That next morning, I waited for her to call, it was 6 am and she text me a photo of the drip with her next round of antibiotics. I doubted home was an option. Lunch time came and I was thinking how I'll manage with her family gathering at her mums the next day for Christmas lunch then all my family were coming to our house for Christmas dinner. Let's be honest she's the driving force of these get togethers. Then the phone range, I can come home as long as I do nothing and rest. Her doctor knew she has two children and how she wanted to be with them. So, I promised I'd do it all. With the help of both sides of the family we made it all happen. Her day was short lived and ended up in bed from the pain. But I was grateful just to have her home for Christmas.

Months went on, painful periods, endless weeks of pain and crying. It got to June, she was a wreck. Then the worst happened, she started fainting. Fainting every day, sometimes two times a day. I was scared. My children were scared seeing their mother drop and lay out cold before coming too. What was happening! 

After endless weeks of this, a million doctor appointments and hospital visits. It was evident that the endometriosis was now affecting her immune system. There was no other real cause! 

Her blood pressure was constantly dropping. 

And her body would no longer absorb the iron from the tablets she was taking. Her body was so low in iron that they decided to do an iron infusion at the hospital. That's ok we got this.

Or did we? She had the iron infusion and I took her home to rest. That night, I was on night shift. So, I made sure the girls were sorted and dinner done. I put them all in our bed and went to work. Then I got a message, I'm shaking, my Temp is 41, something is wrong. Off to the boss again, they just knew. I got home to find her shaking covered in four blankets and a head that felt on fire. We need to go to the hospital. She would not listen, "no more please - I just want to be in my bed. I'll get through this" she laid there shaking as if she was freezing but her body was so hot. She asked me to hold her to keep her warm and help with the shaking. I got the Panadol and water and once she took that, I held her. We road it out together. The next day we called her doctor. To cut it short, it was obvious. She had a reaction to the iron infusion. Her body couldn't cope with the levels rising. Her body went into shock. Her mother took her to see the doctor that morning to make she was ok. 

I can't believe the disease has gone to this extreme. 

Let’s fast forward to 2017, I've now learned that this disease is controlling, its debilitating, it’s painful, it is incurable. It's consumes her at random times. It's unpredictable. Some days are great, some days are ok and some days - I wish never happen.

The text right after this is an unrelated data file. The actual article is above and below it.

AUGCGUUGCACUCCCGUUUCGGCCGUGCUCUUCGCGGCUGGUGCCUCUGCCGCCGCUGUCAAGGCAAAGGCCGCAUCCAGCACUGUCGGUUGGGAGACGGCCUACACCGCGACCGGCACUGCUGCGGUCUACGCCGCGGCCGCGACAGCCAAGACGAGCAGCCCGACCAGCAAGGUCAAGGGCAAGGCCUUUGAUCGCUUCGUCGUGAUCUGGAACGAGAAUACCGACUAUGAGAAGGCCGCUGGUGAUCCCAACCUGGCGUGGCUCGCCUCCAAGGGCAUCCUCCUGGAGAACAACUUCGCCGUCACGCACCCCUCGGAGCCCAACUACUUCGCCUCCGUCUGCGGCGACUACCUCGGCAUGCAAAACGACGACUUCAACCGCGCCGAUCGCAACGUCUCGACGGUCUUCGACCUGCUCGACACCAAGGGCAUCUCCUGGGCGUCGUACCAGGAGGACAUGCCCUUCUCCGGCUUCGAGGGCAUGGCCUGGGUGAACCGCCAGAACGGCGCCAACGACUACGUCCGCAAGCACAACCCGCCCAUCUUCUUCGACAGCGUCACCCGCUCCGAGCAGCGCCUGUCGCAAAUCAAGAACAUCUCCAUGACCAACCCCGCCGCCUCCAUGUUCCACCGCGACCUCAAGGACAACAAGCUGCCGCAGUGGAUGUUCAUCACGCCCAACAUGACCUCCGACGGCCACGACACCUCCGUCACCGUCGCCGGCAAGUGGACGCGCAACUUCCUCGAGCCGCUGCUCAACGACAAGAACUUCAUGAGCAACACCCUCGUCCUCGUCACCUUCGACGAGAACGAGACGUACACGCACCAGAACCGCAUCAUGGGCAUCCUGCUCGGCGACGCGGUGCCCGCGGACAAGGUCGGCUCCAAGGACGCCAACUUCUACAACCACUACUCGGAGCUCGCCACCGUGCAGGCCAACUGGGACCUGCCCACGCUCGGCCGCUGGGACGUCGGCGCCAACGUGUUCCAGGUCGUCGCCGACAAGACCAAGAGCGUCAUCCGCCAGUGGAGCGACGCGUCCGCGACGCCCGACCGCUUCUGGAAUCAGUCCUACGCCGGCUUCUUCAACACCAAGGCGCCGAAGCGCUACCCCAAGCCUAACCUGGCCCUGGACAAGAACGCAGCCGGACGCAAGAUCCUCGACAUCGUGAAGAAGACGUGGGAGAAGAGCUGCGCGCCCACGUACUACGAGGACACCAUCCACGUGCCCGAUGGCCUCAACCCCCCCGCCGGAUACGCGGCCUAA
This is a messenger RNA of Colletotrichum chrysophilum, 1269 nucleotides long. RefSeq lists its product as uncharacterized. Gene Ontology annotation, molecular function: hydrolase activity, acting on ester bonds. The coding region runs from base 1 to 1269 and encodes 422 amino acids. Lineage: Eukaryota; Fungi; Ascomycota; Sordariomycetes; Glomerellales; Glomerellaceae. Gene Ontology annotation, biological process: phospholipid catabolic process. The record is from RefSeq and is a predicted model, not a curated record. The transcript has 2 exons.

One packet of pads is not enough for an endo period. Panadol does not work and rocking on the floor is the normal. 

This mother, this fiancé, this daughter, this young 29 year old woman, runs a business, is a mother of two, runs a house and lives her life. She does all she can for her two children regardless of the pain, regardless of the bleeding, headaches, and being so tired she can barely function. I often find that on the crappy period weeks, running her business gets the better of her. She struggles and I do not mind for one minute stepping up and helping her get it done. 

Her latest appointment with her Gyno, it's never an easy one. Her latest scan shows the pain is from her right ovary that's completely stuck to her bowel. So - let's inject you monthly with depo provera (apparently, it’s a drug they use for contraception – I had to be filled in on this one) instead of every three months, let's use it as a medical intervention. Then in 3 months, we will do a laparoscopy and removal all the scar tissue from the laparotomy and previous laparoscopies. We will need to move the ovary away from the bowl and so a clean out of all the endometriosis. This op will be longer and bigger than normal so you will need to be admitted for a few days. 

She got in the car and cried - again there is nothing I can do! She has now started researching Chinese medicine, herbs and organic ways of healing. And you know what? I support her 100% - I'd do anything to change what she goes through. Or even take the pain. 

I still sit here and think, how and why. Why hasn’t it stopped are the questions I keep inside. Because it drains me knowing this is for life. I just want her to feel better. There are days I feel selfish for wanting it to be over and her just to be better already. But this is our reality.

My advice to any man that is going through this journey, be patient, be present, be selfless. Love her unconditionally and know that even though we can't fix what they are feeling, the best thing you can do - is just support her.